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Old 11-05-2012, 03:57 AM   #1
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Default Add molasse or not in a Robust Porter?

Hey guys, so I'm planning to brew my 2nd beer, which is gonna be a Robust Porter. I'm almost done making up my list of ingredients but I'm not sure if I should add molasse or not to my recipe. I'm sort of scared it turns out bland if I only use the base malts.

Here's it without molasse :

Style: Robust Porter
OG: 1.058
Type: BIAB
ABV: 5.4 %
Batch Size: 3.00 Gal
Boil Time: 60 minutes

Grains & Adjuncts

4,96 lbs Pale Malt (2 row)
0,52 lbs Caramel/Crystal Malt - 60L
0,50 lbs Chocolate Malt
0,50 lbs Black Malt

Hops
0.7 oz Northern Brewer 60 mins
0.4 oz Willamette 25 mins
0.4 oz Willamette 10 mins

Yeasts
Pacific ale (White Labs)

I would add 0,3 lbs of molasse to the recipe which would bring the OG to 1,063 and the ABV to 6,1%. I don't mind much.

Should I do it?

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Old 11-05-2012, 11:09 AM   #2
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I probably won't use the molasses. A robust porter should be fairly full bodied and have a nice dry roasty character. I'd worry that the molasses would thin your beer out.

By the way - you're not using all base malts. Your recipe has 3 character grains (C60, chocolate, and black malt).

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Old 11-05-2012, 11:44 AM   #3
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I also advise against the molasses. You have plenty of flavors in you grain bill.

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Old 11-05-2012, 12:01 PM   #4
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I'm not much of a molasses fan anyway, but think about how fermented molasses would taste in that. Once the sugar in molasses is fermented, it's even worse tasting than with the sugar in it.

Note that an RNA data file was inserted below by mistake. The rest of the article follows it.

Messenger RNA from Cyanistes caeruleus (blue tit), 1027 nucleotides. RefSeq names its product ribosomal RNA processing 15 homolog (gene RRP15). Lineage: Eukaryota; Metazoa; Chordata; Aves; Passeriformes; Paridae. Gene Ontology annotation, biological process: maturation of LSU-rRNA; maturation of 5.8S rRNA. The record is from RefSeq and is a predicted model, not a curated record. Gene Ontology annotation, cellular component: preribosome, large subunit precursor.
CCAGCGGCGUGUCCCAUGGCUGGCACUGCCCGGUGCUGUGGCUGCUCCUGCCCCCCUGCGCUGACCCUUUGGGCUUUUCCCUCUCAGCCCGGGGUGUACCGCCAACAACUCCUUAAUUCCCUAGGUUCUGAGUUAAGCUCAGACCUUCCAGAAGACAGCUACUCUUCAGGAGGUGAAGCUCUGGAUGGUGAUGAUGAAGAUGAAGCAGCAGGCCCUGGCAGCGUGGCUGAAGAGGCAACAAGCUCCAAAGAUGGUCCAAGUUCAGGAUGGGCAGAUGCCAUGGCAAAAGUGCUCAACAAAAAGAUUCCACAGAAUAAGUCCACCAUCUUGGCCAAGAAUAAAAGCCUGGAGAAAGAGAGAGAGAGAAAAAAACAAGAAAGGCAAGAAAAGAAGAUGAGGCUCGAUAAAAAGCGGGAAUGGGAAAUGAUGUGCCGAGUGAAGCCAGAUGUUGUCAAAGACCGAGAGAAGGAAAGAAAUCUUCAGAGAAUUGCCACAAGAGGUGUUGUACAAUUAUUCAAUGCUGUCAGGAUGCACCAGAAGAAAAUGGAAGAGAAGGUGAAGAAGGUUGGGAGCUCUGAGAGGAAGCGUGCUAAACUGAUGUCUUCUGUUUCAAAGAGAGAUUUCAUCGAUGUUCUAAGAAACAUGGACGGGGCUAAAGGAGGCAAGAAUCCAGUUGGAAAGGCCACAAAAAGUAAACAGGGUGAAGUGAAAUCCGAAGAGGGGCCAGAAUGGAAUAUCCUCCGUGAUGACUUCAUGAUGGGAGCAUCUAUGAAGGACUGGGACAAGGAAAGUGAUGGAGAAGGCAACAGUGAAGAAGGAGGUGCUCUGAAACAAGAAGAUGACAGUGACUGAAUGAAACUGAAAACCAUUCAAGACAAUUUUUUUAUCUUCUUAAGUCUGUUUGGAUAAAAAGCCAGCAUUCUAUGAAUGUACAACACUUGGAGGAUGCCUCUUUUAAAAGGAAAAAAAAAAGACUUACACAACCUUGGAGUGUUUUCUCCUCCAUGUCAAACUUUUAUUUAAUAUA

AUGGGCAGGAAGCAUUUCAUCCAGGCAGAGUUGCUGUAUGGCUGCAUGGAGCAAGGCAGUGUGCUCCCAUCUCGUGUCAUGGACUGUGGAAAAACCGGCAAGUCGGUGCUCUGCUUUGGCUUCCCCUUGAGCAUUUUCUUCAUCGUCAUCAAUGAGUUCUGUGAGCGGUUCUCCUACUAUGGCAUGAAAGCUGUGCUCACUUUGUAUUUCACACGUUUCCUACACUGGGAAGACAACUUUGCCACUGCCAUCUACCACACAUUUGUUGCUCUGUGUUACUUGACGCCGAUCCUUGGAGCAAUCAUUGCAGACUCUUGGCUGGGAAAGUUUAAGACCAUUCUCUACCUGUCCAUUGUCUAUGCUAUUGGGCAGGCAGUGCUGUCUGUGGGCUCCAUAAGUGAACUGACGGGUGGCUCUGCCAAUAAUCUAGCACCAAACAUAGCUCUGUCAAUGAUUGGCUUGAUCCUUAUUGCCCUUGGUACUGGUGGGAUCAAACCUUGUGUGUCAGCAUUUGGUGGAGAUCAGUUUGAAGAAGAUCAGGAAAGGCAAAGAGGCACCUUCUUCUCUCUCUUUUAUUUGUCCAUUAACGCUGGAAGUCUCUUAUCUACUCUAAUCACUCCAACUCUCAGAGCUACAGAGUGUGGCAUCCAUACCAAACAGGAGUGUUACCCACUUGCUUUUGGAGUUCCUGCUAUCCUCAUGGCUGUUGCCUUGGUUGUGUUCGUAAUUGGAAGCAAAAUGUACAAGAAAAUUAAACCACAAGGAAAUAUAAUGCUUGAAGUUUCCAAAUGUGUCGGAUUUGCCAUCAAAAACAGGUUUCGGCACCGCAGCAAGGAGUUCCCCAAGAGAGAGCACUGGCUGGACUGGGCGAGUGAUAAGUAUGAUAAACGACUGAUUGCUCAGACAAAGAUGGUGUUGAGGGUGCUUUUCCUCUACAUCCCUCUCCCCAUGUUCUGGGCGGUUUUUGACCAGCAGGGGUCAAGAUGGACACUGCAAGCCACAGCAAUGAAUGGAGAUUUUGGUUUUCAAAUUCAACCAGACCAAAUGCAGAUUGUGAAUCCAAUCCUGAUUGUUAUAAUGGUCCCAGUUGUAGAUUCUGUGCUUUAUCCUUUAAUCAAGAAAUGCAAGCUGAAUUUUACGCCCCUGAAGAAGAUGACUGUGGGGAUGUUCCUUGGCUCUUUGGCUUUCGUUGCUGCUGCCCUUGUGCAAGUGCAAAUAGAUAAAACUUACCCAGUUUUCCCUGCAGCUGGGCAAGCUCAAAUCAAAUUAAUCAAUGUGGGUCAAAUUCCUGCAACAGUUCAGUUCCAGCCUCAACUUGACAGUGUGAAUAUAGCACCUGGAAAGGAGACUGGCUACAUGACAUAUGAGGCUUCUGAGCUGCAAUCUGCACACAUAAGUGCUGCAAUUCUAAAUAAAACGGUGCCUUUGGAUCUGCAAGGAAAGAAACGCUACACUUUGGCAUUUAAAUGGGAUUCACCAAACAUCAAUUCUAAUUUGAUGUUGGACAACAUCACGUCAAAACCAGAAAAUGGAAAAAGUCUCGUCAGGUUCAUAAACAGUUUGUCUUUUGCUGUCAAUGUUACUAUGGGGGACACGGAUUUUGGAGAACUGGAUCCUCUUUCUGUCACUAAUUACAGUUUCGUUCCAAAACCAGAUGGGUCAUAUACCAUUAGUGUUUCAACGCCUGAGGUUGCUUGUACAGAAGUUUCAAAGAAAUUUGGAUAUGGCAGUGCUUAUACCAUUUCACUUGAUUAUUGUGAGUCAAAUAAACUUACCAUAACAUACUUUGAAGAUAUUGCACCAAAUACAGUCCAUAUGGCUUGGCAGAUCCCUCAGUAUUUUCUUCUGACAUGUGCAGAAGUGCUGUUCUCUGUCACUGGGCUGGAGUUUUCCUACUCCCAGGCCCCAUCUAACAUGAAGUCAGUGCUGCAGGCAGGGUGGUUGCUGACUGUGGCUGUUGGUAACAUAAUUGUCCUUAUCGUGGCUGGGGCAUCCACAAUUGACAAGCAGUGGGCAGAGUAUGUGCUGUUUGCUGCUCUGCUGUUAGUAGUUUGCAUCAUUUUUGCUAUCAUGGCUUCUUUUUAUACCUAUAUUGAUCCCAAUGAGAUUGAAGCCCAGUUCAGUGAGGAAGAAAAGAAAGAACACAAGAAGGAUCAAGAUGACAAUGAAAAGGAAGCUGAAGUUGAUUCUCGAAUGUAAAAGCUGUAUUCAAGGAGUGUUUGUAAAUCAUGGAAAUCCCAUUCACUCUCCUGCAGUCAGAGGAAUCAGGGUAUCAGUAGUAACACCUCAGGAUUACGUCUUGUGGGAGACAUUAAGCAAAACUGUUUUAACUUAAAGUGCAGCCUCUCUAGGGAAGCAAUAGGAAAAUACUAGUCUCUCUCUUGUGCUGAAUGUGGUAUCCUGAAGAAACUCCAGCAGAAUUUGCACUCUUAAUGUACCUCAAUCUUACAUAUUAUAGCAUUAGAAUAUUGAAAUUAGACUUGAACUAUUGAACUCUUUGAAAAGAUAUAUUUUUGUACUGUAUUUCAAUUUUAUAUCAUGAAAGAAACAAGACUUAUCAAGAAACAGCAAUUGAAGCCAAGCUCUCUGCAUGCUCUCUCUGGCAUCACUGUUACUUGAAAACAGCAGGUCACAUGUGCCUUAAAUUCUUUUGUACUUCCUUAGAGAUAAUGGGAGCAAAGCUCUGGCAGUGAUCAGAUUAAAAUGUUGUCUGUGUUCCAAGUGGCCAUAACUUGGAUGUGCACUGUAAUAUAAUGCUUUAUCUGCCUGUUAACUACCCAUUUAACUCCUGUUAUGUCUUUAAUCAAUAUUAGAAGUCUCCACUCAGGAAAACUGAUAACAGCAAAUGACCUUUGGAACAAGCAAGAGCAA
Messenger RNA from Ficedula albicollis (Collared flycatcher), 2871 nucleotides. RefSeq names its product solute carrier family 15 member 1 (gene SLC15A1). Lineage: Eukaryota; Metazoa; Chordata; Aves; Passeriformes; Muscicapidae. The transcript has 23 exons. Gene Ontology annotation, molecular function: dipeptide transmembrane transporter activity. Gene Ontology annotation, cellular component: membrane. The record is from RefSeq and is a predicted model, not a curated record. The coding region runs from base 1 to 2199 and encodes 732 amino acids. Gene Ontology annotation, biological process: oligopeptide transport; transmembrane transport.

Really, for recipes, "less is more". There are already 3 specialty grains in there, and about 100% more black malt than I could stand.

I'd cut the black malt down, (I use a pound in 10 gallons of stout!) and increase the base grain. It looks like now you have 10% crystal (that's ok), 10% chocolate malt, and 10% black malt, leaving only 70% basemalt.

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Old 11-05-2012, 12:32 PM   #5
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Quote:
Originally Posted by Yooper View Post
I'm not much of a molasses fan anyway, but think about how fermented molasses would taste in that. Once the sugar in molasses is fermented, it's even worse tasting than with the sugar in it.
Well said. It is a background taste that some people do not like and is the burnt sugar bitterness in some stouts that I have tried.

I sometimes use a small amount ( 2-4 ounces ) in 5-6 gallons of brown ale for an added touch of bitterness with a treacle like flavor.

Just like treacle or some other throwback candies it is not everyone's cup of tea.

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Old 11-05-2012, 03:22 PM   #6
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Thanks for the answers guys, I will take your advice and will not add molasse in my recipe.

Tho, what I might do is boil molasse in a pan, split my 3 gal batch in 2 carboys and add the molasse to one of them. Could be an experimental way for me to learn.

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Old 11-05-2012, 06:11 PM   #7
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I brewed a Porter a couple weeks ago that kind of straddles the line between a brown and a robust. I added a half cup of molasses at the end of the boil. Samuel Smith Taddy Porter seems to have a bit of treacle/molasses in the finish and I kind of like that. I guess I will find out if a half cup is too much or not. It smelled really good when it was fermenting, but then again don't they all?

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